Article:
Harnessing the potential of genetics and epigenetics for new therapeutics and diagnostics

 

 History of Cell Line Contamination       


Unintentional cell line contamination has been known to be a problem since the first immortalized human cell line, HeLa (cervical adenocarcinoma; created in 1951), was introduced into labs around the world (1).  HeLa, known for its aggressive and fast growing properties was found to have contaminated many of the newly created immortalized cell lines in the 1960’s but source labs were hesitant to accept the information (2).  Cell lines, known to be HeLa, continue to circulate and be used in publications as tissue/cancer types that they do not represent (see full list of misidentified cell lines here - http://iclac.org/databases/cross-contaminations/; more than 100 cell lines on this list of over 450 misidentified cell lines are contaminated with HeLa).  One example on this list is the cell line “Int407” – initially thought to have been created from intestinal tissue, it was identified in 1967 as being one of the many HeLa-contaminated cell lines, yet researchers continue to utilize “Int407” as a model for normal intestinal tissue (PubMed search).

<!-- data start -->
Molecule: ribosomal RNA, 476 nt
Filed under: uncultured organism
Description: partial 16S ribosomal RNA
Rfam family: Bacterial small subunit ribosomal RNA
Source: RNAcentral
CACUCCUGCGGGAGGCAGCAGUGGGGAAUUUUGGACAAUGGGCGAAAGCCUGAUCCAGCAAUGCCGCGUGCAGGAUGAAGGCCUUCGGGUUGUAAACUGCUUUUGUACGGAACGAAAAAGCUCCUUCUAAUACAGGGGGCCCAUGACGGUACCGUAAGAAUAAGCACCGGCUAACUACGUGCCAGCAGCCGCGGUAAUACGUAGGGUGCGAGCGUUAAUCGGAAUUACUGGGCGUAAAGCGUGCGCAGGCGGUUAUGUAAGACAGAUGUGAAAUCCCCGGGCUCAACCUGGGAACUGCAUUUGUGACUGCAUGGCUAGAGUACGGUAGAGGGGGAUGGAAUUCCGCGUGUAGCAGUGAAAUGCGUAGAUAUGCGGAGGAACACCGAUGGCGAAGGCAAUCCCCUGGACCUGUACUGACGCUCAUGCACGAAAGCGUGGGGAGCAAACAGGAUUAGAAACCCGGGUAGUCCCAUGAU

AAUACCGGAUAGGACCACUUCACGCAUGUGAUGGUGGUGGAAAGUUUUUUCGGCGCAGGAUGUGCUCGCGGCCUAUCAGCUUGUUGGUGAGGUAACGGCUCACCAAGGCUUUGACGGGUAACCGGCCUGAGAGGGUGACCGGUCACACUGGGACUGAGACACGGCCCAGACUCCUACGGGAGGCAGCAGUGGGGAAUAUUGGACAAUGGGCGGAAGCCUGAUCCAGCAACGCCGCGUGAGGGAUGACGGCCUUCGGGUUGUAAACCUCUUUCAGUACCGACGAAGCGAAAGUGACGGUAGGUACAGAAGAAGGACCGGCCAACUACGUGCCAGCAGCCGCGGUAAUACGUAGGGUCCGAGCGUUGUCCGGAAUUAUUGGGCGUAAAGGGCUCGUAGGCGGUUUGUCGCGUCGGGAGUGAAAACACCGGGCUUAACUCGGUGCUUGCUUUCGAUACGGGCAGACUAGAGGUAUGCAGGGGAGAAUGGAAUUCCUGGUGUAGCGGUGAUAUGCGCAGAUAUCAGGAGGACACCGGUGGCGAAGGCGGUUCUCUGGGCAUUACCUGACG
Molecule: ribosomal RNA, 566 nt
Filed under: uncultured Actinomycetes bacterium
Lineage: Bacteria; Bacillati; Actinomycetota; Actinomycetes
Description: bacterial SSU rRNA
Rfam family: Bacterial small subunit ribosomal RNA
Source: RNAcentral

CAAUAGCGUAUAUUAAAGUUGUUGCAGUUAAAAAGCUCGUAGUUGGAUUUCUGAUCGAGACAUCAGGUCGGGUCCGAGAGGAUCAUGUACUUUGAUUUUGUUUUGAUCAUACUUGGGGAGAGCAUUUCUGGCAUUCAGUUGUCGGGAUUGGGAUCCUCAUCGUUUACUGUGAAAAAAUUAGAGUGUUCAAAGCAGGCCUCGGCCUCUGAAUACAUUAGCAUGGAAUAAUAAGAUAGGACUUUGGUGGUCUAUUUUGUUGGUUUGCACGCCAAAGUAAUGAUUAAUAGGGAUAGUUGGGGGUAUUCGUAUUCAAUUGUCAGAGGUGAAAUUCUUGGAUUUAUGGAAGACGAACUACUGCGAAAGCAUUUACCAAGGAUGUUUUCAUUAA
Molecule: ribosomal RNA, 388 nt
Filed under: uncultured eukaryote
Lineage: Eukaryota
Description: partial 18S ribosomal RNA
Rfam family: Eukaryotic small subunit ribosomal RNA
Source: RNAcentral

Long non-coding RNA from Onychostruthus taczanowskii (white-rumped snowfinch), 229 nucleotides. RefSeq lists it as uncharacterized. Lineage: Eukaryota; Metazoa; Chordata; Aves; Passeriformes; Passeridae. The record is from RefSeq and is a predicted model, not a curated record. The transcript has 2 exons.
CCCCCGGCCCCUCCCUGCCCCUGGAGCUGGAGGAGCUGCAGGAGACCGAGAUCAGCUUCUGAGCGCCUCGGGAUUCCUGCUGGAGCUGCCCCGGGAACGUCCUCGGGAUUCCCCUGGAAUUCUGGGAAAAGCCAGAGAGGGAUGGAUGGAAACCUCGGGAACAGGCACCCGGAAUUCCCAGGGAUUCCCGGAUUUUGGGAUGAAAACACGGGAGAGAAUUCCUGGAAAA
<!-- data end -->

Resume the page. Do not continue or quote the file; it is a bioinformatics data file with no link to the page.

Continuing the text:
1. Gey GO, et al.  Cancer Research 12: 264-265 (1952)

2. Gartler, SM. Second Decennial Review Conference on Cell Tissue and Organ Culture: 167-195 (1967)